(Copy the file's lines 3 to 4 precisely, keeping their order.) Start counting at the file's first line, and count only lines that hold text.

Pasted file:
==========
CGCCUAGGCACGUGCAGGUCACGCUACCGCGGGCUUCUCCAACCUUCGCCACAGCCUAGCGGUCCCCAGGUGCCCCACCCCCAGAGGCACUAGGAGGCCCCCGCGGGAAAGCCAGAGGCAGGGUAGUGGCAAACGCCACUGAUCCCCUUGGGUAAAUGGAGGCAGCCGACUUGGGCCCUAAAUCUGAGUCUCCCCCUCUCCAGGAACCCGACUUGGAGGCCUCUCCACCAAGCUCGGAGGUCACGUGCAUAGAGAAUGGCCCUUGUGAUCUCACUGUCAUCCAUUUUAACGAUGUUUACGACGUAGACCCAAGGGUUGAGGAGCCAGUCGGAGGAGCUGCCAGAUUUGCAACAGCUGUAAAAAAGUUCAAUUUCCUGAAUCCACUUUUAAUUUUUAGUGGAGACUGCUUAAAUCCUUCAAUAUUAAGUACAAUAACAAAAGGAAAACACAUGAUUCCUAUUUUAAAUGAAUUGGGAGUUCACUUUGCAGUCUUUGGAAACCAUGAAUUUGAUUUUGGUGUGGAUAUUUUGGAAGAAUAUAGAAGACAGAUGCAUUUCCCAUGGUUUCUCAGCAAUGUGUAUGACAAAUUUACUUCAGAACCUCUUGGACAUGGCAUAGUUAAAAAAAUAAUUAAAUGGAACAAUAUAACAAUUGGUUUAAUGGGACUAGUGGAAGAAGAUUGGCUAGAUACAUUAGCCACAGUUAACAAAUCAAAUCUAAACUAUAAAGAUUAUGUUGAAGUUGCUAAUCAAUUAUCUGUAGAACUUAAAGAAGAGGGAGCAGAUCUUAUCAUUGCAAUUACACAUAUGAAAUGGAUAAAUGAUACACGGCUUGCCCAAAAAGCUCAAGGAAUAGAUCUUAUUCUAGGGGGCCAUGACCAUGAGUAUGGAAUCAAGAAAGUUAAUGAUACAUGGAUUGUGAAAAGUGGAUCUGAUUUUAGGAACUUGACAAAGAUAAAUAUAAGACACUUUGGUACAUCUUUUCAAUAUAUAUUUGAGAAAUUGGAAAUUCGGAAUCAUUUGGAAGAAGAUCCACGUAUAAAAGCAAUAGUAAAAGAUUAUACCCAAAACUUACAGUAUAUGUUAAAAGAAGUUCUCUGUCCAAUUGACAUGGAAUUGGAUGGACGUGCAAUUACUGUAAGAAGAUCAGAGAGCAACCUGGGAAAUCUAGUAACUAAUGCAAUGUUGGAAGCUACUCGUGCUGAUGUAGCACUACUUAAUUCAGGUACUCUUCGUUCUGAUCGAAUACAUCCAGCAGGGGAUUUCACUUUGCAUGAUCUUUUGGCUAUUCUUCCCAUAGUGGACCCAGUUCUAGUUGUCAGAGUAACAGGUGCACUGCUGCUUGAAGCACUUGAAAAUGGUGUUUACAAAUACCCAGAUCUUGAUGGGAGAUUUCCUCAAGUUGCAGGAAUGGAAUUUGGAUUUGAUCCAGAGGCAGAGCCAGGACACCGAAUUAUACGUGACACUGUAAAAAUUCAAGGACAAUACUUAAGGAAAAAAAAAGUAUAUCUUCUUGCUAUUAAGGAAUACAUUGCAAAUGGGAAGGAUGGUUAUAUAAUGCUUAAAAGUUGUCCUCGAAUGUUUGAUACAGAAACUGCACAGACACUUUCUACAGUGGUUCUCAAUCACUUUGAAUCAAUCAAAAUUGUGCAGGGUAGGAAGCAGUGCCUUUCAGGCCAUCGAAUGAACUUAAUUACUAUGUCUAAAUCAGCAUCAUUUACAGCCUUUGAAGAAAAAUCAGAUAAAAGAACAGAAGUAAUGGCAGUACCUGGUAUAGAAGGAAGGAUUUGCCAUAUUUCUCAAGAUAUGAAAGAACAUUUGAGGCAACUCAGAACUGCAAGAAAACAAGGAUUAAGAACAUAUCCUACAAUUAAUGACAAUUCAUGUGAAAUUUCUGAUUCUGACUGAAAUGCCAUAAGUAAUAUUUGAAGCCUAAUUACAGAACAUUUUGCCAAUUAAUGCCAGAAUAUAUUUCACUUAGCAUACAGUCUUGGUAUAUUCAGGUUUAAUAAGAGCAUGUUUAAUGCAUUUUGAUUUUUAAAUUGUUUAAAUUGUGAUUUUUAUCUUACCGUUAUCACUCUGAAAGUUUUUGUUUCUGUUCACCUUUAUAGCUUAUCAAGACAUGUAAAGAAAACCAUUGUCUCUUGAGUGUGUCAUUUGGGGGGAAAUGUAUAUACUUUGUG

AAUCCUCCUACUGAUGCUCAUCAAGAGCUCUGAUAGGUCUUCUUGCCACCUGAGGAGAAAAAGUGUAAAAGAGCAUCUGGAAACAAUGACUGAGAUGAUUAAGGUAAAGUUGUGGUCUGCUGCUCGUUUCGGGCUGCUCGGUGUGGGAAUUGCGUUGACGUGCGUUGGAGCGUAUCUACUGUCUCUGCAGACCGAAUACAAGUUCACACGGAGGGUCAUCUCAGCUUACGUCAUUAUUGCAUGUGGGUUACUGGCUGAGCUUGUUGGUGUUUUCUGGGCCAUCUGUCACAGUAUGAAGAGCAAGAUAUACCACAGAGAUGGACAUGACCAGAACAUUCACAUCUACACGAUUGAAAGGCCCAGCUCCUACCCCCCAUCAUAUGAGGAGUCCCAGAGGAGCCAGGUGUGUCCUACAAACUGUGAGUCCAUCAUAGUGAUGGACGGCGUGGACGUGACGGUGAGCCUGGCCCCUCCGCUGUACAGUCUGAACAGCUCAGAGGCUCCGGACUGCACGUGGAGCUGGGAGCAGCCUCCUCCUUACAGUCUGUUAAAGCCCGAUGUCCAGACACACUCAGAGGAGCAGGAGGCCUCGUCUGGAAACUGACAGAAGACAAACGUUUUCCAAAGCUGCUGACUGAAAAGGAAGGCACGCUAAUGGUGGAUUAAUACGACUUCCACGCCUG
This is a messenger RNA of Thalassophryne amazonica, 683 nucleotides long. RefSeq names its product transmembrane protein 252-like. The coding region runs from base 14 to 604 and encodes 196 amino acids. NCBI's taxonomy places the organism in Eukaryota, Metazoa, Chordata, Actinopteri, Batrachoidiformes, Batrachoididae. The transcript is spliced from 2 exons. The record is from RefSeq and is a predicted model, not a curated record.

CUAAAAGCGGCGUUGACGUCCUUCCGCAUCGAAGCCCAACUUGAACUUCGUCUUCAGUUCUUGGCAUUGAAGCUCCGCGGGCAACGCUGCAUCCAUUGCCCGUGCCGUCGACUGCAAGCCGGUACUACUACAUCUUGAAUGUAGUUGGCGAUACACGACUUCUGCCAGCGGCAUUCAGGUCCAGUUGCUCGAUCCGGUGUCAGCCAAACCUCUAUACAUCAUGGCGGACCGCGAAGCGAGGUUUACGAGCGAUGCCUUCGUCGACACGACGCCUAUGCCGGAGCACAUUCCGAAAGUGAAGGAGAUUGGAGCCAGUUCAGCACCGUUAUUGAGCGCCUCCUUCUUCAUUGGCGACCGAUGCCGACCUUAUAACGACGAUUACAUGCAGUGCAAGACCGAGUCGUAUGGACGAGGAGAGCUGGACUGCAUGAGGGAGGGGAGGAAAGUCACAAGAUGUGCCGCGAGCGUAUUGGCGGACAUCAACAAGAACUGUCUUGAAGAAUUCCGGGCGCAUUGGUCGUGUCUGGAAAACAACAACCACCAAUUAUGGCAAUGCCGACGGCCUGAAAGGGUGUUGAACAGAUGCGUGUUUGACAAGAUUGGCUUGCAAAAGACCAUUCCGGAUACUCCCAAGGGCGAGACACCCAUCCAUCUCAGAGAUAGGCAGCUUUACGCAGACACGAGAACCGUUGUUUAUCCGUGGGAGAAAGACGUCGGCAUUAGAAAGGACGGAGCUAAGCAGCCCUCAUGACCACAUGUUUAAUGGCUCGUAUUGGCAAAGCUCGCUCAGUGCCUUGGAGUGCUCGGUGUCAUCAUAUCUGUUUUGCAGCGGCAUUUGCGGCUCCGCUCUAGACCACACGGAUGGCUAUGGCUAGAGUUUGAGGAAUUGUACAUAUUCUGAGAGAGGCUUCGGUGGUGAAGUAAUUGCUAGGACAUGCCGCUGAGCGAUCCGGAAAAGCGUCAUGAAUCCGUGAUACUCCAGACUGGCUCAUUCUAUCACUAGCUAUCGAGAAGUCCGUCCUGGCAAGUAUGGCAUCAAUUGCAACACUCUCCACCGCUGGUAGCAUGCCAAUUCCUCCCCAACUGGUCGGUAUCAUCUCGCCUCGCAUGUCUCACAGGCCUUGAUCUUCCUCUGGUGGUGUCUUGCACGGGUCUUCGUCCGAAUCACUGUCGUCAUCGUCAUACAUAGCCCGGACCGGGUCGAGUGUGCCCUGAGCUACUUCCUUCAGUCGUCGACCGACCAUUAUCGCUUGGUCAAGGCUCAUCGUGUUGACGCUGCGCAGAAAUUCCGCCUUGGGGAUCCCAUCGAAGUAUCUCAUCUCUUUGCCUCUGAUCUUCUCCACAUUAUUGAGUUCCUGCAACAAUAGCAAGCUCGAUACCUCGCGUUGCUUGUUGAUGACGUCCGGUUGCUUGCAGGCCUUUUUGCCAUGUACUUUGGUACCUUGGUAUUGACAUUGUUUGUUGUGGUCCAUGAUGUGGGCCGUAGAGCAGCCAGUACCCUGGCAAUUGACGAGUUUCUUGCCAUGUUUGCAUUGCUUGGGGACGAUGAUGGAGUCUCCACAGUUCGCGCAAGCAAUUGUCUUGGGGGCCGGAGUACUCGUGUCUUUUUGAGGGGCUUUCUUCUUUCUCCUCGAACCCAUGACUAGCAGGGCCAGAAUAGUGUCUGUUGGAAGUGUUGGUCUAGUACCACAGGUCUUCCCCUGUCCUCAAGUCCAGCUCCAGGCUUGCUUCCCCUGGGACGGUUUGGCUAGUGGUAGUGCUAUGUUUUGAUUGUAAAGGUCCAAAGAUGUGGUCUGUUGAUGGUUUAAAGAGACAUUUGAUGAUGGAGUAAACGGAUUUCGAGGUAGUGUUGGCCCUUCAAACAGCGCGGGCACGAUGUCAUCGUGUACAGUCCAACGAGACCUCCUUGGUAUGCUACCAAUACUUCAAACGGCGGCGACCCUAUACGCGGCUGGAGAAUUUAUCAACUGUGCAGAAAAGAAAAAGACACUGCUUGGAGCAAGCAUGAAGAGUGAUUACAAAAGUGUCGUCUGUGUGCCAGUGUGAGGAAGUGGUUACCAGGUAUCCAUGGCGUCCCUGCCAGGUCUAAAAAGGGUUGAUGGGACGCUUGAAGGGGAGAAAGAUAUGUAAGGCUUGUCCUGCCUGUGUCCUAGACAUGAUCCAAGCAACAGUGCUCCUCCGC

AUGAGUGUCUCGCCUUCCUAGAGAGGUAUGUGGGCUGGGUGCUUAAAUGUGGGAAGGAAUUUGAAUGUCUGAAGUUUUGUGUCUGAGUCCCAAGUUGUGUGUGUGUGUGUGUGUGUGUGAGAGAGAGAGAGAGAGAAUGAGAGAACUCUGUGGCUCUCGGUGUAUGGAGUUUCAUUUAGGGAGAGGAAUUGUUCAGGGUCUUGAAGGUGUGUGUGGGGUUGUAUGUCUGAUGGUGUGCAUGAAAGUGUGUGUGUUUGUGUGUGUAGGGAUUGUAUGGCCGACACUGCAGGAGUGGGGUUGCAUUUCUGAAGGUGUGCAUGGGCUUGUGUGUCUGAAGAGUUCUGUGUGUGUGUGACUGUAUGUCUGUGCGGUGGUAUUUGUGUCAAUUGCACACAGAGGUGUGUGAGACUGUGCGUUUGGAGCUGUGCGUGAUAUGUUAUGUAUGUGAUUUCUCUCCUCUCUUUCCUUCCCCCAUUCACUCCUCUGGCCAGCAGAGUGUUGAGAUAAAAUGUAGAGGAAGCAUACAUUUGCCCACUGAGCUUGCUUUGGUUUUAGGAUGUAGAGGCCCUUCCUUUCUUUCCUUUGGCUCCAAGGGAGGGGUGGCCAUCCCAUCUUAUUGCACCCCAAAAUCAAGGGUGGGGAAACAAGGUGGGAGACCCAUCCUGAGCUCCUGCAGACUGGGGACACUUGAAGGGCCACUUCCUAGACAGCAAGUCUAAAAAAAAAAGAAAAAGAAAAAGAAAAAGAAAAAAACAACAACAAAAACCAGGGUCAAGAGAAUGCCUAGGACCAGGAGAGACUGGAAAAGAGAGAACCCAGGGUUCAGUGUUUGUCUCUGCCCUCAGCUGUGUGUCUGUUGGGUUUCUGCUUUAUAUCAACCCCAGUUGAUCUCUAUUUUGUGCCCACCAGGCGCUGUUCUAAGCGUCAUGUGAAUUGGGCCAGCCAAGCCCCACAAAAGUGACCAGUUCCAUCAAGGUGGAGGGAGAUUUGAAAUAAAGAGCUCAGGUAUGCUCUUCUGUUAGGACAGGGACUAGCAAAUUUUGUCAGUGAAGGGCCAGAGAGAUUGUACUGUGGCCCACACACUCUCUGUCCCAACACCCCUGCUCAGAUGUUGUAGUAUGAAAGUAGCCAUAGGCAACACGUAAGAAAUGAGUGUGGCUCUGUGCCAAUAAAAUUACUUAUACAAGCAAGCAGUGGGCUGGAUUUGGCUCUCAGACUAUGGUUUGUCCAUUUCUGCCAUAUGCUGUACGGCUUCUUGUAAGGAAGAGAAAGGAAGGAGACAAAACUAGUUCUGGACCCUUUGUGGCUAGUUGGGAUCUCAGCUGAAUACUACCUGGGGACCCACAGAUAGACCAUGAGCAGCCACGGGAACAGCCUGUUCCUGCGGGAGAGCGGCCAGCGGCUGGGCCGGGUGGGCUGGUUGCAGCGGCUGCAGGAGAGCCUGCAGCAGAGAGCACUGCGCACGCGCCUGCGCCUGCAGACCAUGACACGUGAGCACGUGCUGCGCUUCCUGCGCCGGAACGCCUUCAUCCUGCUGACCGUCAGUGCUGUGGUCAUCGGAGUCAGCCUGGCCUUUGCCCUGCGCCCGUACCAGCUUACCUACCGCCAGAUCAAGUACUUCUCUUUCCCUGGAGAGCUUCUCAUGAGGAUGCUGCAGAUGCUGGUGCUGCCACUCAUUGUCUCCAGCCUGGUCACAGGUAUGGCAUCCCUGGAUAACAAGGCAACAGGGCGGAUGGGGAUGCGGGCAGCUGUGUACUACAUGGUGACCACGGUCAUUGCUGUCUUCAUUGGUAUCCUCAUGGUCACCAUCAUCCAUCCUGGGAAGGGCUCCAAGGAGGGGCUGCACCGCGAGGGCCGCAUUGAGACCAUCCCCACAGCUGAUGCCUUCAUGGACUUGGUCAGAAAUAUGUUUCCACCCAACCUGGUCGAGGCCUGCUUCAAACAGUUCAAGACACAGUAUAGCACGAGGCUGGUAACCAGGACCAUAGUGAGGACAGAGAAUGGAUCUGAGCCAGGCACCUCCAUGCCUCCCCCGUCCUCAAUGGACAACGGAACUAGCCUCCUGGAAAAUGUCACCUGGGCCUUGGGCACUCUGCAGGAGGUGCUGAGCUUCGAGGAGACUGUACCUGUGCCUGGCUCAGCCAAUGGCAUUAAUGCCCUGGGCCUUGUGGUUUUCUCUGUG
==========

This is a messenger RNA of Thalassophryne amazonica, 683 nucleotides long. RefSeq names its product transmembrane protein 252-like. The coding region runs from base 14 to 604 and encodes 196 amino acids. NCBI's taxonomy places the organism in Eukaryota, Metazoa, Chordata, Actinopteri, Batrachoidiformes, Batrachoididae. The transcript is spliced from 2 exons. The record is from RefSeq and is a predicted model, not a curated record.

CUAAAAGCGGCGUUGACGUCCUUCCGCAUCGAAGCCCAACUUGAACUUCGUCUUCAGUUCUUGGCAUUGAAGCUCCGCGGGCAACGCUGCAUCCAUUGCCCGUGCCGUCGACUGCAAGCCGGUACUACUACAUCUUGAAUGUAGUUGGCGAUACACGACUUCUGCCAGCGGCAUUCAGGUCCAGUUGCUCGAUCCGGUGUCAGCCAAACCUCUAUACAUCAUGGCGGACCGCGAAGCGAGGUUUACGAGCGAUGCCUUCGUCGACACGACGCCUAUGCCGGAGCACAUUCCGAAAGUGAAGGAGAUUGGAGCCAGUUCAGCACCGUUAUUGAGCGCCUCCUUCUUCAUUGGCGACCGAUGCCGACCUUAUAACGACGAUUACAUGCAGUGCAAGACCGAGUCGUAUGGACGAGGAGAGCUGGACUGCAUGAGGGAGGGGAGGAAAGUCACAAGAUGUGCCGCGAGCGUAUUGGCGGACAUCAACAAGAACUGUCUUGAAGAAUUCCGGGCGCAUUGGUCGUGUCUGGAAAACAACAACCACCAAUUAUGGCAAUGCCGACGGCCUGAAAGGGUGUUGAACAGAUGCGUGUUUGACAAGAUUGGCUUGCAAAAGACCAUUCCGGAUACUCCCAAGGGCGAGACACCCAUCCAUCUCAGAGAUAGGCAGCUUUACGCAGACACGAGAACCGUUGUUUAUCCGUGGGAGAAAGACGUCGGCAUUAGAAAGGACGGAGCUAAGCAGCCCUCAUGACCACAUGUUUAAUGGCUCGUAUUGGCAAAGCUCGCUCAGUGCCUUGGAGUGCUCGGUGUCAUCAUAUCUGUUUUGCAGCGGCAUUUGCGGCUCCGCUCUAGACCACACGGAUGGCUAUGGCUAGAGUUUGAGGAAUUGUACAUAUUCUGAGAGAGGCUUCGGUGGUGAAGUAAUUGCUAGGACAUGCCGCUGAGCGAUCCGGAAAAGCGUCAUGAAUCCGUGAUACUCCAGACUGGCUCAUUCUAUCACUAGCUAUCGAGAAGUCCGUCCUGGCAAGUAUGGCAUCAAUUGCAACACUCUCCACCGCUGGUAGCAUGCCAAUUCCUCCCCAACUGGUCGGUAUCAUCUCGCCUCGCAUGUCUCACAGGCCUUGAUCUUCCUCUGGUGGUGUCUUGCACGGGUCUUCGUCCGAAUCACUGUCGUCAUCGUCAUACAUAGCCCGGACCGGGUCGAGUGUGCCCUGAGCUACUUCCUUCAGUCGUCGACCGACCAUUAUCGCUUGGUCAAGGCUCAUCGUGUUGACGCUGCGCAGAAAUUCCGCCUUGGGGAUCCCAUCGAAGUAUCUCAUCUCUUUGCCUCUGAUCUUCUCCACAUUAUUGAGUUCCUGCAACAAUAGCAAGCUCGAUACCUCGCGUUGCUUGUUGAUGACGUCCGGUUGCUUGCAGGCCUUUUUGCCAUGUACUUUGGUACCUUGGUAUUGACAUUGUUUGUUGUGGUCCAUGAUGUGGGCCGUAGAGCAGCCAGUACCCUGGCAAUUGACGAGUUUCUUGCCAUGUUUGCAUUGCUUGGGGACGAUGAUGGAGUCUCCACAGUUCGCGCAAGCAAUUGUCUUGGGGGCCGGAGUACUCGUGUCUUUUUGAGGGGCUUUCUUCUUUCUCCUCGAACCCAUGACUAGCAGGGCCAGAAUAGUGUCUGUUGGAAGUGUUGGUCUAGUACCACAGGUCUUCCCCUGUCCUCAAGUCCAGCUCCAGGCUUGCUUCCCCUGGGACGGUUUGGCUAGUGGUAGUGCUAUGUUUUGAUUGUAAAGGUCCAAAGAUGUGGUCUGUUGAUGGUUUAAAGAGACAUUUGAUGAUGGAGUAAACGGAUUUCGAGGUAGUGUUGGCCCUUCAAACAGCGCGGGCACGAUGUCAUCGUGUACAGUCCAACGAGACCUCCUUGGUAUGCUACCAAUACUUCAAACGGCGGCGACCCUAUACGCGGCUGGAGAAUUUAUCAACUGUGCAGAAAAGAAAAAGACACUGCUUGGAGCAAGCAUGAAGAGUGAUUACAAAAGUGUCGUCUGUGUGCCAGUGUGAGGAAGUGGUUACCAGGUAUCCAUGGCGUCCCUGCCAGGUCUAAAAAGGGUUGAUGGGACGCUUGAAGGGGAGAAAGAUAUGUAAGGCUUGUCCUGCCUGUGUCCUAGACAUGAUCCAAGCAACAGUGCUCCUCCGC